Hsing Yun, Buddhist abbot who built universities, dies at 95
TAIPEI, Taiwan (AP) — Hsing Yun, a Buddhist abbot who established a thriving religious community in southern Taiwan and built universities overseas, has died. He was 95.
He established Fo Guang Shan monastery in 1967, aiming to propagate Buddhist humanitarian values. It would go on to operate hundreds of temples and seminaries around the world, along with universities in the Taiwan, Australia, the U.S. and Philippines.
Hsing Yun died peacefully Sunday, Fo Guang Shan said. He had largely withdrawn from public life years ago following declining health and a series of strokes.
Born Lee Kuo-shen in mainland China’s Jiangsu province in 1927, Hsing Yun first developed an interest in Buddhism at age 12 while visiting a famous temple in the provincial capital Nanjing.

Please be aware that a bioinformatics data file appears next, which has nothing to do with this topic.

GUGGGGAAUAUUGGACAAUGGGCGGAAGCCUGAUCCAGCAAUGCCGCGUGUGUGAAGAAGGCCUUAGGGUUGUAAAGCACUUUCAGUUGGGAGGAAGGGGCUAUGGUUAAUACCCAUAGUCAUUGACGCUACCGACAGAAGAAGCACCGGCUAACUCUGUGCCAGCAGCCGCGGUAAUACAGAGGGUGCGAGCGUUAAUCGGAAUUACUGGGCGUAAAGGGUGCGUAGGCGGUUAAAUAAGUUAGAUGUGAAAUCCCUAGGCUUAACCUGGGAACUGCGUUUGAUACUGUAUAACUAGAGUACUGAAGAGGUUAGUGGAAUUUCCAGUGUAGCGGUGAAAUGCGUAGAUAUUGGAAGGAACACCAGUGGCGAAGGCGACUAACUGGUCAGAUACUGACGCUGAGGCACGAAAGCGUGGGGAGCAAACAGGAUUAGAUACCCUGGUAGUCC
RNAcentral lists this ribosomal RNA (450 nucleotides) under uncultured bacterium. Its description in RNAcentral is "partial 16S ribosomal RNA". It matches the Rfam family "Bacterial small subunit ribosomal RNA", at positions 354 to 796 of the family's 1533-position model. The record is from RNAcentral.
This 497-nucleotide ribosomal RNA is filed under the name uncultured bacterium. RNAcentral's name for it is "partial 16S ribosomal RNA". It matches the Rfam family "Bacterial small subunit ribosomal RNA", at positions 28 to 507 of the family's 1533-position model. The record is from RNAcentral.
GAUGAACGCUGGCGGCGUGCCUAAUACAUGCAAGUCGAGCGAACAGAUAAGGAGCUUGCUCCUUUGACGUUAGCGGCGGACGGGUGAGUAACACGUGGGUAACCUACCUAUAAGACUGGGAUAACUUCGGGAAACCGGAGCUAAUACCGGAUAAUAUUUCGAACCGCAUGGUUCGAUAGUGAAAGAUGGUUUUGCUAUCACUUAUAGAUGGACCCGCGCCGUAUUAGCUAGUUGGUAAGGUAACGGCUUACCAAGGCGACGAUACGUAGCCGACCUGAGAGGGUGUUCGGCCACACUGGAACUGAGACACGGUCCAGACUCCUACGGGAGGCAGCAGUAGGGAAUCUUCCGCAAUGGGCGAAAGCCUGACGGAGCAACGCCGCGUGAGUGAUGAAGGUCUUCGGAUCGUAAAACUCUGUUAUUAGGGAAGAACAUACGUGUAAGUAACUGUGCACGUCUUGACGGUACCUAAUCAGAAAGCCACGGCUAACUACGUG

Hsing Yun moved to Taiwan as the officially atheist Communist Party swept to power on the mainland in 1949. He became a major donor to Buddhist institutions on the mainland and advocated exchanges between China and Taiwan.
That, and his own public comments, led some to label him an advocate of unification between Taiwan and China, although he maintained strong relations with politicians across the spectrum.
Following his passing, Taiwanese President Tsai Ing-wen and Premier Chen Chien-jen, whose Democratic Progressive Party favors Taiwan’s independence, expressed their condolences and praised his lifetime of humanitarian work.